Often the seed for virtualizing a business application is planted when a new version is being developed and tested. This process may already be happening in a virtual environment and when the app is going into production, deploying it on a physical server introduces a risky architectural discontinuity. It often makes sense to just leave it running in a virtual environment and take it into production.
After the first couple of business applications are successfully virtualized things get easier, the confidence grows fast and soon the team is ready to take on most business applications. Evangelizing the success and the business value achieved is a critical success factor in this stage. We found that customers do very creative things to make this happen. I will share some of these stories in the upcoming posts.
In this phase the predominant value proposition is quality of service along pillars such as business continuity, lower downtime risks, faster provisioning, time to market and so on. It is actually pretty interesting how dramatic is the change in the type of value people associate with virtualization as they make the transition from IT Production to Business Production. More on this below.
Virtualization First Policy
“Virtualization First” policy refers to an IT mandate by which the VMware-based virtualized environment become the default deployment model. Physical servers are only provisioned on an exception basis and only when there is a strong technical or business justification.
Many of the customers we interviewed have such a policy in place but there are differences in when they put it in place and how well they enforce it.
Some customers put this policy in place very early but they don’t enforce it very well and it is pretty easy to make the case for getting a physical server.
Other customers, put this policy in place for the type of applications that they have experience virtualizing at any of the three stages. In fact, the ability to enforce this policy is highly correlated to IT confidence and maturity around VMware technology.
Some other customers put the policy in place after successfully virtualizing few business applications. At that point virtualization tend to get on the radar of higher level of management in the organization and in the same way as increased confidence influences their ability to enforce the policy, increased level of sponsorship provides even better teeth. When the sponsorship is at the highest level (such as in the ITaaS Phase), that is the ultimate enforcement and empowering function.
In the IT as as Service phase, virtualization is just part of what IT does. Everything new is deployed on virtual, and the value is all around time to market, process automation, and ultimately business agility.
In this stage, the sponsor for the virtualization journey is all the way tot the top of the organization (typically the CIO). Tracking the value delivered over time raised the visibility of the virtualization journey and it is now a top initiative for the CIO, sometimes with MBOs associated to virtualization penetration and speed of adoptions for the CIO’s reports.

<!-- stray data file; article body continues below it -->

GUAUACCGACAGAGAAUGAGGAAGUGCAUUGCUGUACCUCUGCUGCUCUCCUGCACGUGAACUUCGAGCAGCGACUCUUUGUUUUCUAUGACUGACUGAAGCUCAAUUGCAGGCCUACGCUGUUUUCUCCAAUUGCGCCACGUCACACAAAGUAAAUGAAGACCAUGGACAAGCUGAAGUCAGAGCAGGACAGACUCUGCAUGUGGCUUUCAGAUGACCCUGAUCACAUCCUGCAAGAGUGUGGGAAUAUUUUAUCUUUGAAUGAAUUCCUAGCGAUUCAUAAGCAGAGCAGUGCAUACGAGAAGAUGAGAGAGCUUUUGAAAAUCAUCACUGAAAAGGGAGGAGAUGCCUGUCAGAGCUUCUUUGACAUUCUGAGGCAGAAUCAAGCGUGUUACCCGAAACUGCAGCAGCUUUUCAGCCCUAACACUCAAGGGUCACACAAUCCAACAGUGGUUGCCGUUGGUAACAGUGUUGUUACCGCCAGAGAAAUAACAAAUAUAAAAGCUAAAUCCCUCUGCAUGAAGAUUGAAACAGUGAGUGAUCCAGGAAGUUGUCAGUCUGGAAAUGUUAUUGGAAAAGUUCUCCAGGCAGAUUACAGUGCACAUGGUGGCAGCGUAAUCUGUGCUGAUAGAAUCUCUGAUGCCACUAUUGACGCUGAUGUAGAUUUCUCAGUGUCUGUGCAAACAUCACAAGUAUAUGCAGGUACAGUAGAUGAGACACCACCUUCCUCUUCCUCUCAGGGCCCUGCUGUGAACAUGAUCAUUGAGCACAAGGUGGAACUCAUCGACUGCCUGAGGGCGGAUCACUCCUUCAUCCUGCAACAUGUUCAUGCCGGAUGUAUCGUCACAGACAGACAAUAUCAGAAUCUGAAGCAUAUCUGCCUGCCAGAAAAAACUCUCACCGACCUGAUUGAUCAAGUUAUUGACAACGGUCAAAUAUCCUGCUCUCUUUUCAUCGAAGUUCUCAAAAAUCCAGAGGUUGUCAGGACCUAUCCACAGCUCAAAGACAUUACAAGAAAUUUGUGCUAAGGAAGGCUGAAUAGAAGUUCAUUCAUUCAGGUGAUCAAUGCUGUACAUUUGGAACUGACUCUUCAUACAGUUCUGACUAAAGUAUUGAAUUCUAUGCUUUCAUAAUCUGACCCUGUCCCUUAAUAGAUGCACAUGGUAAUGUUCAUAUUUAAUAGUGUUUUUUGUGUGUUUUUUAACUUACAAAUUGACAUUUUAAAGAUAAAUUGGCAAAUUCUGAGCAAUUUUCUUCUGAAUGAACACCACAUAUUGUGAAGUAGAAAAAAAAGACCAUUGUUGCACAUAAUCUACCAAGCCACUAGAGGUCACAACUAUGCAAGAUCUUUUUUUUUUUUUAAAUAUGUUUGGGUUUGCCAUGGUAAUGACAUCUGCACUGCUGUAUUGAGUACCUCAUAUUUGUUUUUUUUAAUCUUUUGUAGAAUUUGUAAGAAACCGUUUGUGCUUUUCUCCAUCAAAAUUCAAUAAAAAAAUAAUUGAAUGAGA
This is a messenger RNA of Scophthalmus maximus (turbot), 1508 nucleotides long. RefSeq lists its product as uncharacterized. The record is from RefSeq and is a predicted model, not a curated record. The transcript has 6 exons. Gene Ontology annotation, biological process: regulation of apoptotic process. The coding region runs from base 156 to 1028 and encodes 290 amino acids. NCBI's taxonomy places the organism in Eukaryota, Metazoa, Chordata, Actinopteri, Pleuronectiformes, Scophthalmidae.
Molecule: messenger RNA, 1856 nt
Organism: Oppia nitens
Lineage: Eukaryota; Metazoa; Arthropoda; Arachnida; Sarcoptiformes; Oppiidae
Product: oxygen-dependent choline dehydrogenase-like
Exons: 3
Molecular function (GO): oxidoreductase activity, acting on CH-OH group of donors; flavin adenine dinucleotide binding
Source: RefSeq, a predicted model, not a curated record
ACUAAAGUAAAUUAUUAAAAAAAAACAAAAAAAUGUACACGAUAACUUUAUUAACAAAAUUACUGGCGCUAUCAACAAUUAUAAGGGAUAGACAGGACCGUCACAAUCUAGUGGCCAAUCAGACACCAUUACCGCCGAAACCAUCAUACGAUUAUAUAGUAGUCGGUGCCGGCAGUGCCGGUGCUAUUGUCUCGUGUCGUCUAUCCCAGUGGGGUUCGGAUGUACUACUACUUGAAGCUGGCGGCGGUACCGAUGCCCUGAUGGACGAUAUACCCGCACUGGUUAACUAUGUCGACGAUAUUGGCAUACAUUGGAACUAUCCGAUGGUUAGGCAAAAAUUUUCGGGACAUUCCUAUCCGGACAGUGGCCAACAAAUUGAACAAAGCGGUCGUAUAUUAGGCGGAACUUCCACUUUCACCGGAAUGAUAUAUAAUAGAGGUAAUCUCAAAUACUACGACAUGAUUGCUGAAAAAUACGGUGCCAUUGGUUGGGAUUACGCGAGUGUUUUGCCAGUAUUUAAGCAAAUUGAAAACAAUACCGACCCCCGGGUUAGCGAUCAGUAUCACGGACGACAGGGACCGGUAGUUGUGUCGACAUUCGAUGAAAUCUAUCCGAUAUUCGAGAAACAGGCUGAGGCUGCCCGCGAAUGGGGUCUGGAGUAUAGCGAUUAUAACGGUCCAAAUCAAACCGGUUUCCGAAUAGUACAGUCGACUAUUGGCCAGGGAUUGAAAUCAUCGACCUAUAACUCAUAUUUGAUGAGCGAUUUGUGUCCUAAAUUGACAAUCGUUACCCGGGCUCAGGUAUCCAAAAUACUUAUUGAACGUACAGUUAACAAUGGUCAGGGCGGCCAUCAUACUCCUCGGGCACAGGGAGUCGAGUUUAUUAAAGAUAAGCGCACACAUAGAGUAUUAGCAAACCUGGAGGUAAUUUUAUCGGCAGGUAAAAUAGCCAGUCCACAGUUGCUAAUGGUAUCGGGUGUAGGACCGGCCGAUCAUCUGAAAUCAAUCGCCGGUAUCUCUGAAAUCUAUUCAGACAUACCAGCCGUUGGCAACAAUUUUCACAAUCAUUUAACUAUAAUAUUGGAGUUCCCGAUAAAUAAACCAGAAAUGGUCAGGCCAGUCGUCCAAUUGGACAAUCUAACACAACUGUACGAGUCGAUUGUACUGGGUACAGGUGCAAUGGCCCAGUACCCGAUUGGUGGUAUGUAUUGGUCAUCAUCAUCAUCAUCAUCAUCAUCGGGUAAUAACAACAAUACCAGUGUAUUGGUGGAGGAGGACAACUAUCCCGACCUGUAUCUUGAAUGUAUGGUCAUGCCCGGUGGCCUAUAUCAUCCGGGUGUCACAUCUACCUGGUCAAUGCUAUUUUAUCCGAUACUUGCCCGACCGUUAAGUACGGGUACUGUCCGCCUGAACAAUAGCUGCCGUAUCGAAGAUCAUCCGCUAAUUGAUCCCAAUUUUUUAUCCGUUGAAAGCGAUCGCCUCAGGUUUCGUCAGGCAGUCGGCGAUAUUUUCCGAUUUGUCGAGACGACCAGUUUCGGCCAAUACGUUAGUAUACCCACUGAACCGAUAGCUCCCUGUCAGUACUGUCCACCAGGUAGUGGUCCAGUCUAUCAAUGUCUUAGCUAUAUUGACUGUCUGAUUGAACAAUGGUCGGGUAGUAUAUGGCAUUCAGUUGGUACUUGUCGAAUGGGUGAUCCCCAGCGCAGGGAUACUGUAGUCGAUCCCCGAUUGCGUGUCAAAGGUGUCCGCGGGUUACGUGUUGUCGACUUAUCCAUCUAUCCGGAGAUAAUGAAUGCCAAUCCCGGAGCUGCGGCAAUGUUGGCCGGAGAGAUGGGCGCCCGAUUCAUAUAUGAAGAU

Confidence is very high. Most of the product stack has been adopted, including SRM, DRS, Lab Manager, HA, FT and so on. The virtualization team is often folded back into the core server team as virtualization is just part of what IT does.
At this stage organization are looking to scale their virtualization effort so that they can in turn scale the associated benefits that come from process automation, better resiliency, and increased quality of services.
Some customers refer to this state as their “internal cloud” when resources can be allocated on demand where and when needed. IT is nimble. Their credibility has improved throughout the journey and (in their own word) their quality of life is better. They don’t obsess about hardware failures because they know they can move the impacted VMs around. They use DRS to automatically increase resource allocation on the fly. They have a Disaster Recovery (DR) strategy or even a complete solution in place. They are looking at or implementing their desktop virtualization roadmap.
These are the three main stages that characterize most customer virtualization journeys we have seen: IT production, Business Production and ITaaS.
The adoption is driven by IT confidence, level of sponsorship and tracking the business value delivered by each project.
There is a major chasm/inflection point around the time customers move from virtualizing IT infrastructure services and tes/dev servers to their first business applications. When they do cross this chasm, the value proposition that they track, perceive and sell internally radically shifts from server consolidation and CAPEX savings, to better quality of service, OPEX savings and better business continuity.
In the next few posts I am going to
- Talk more about the value path for virtualization and what is the relationship between business triggers, product functional areas, capabilities and value
- drill down on each phase and use specific examples to talk about obstacles, best practice, evangelization techniques and so on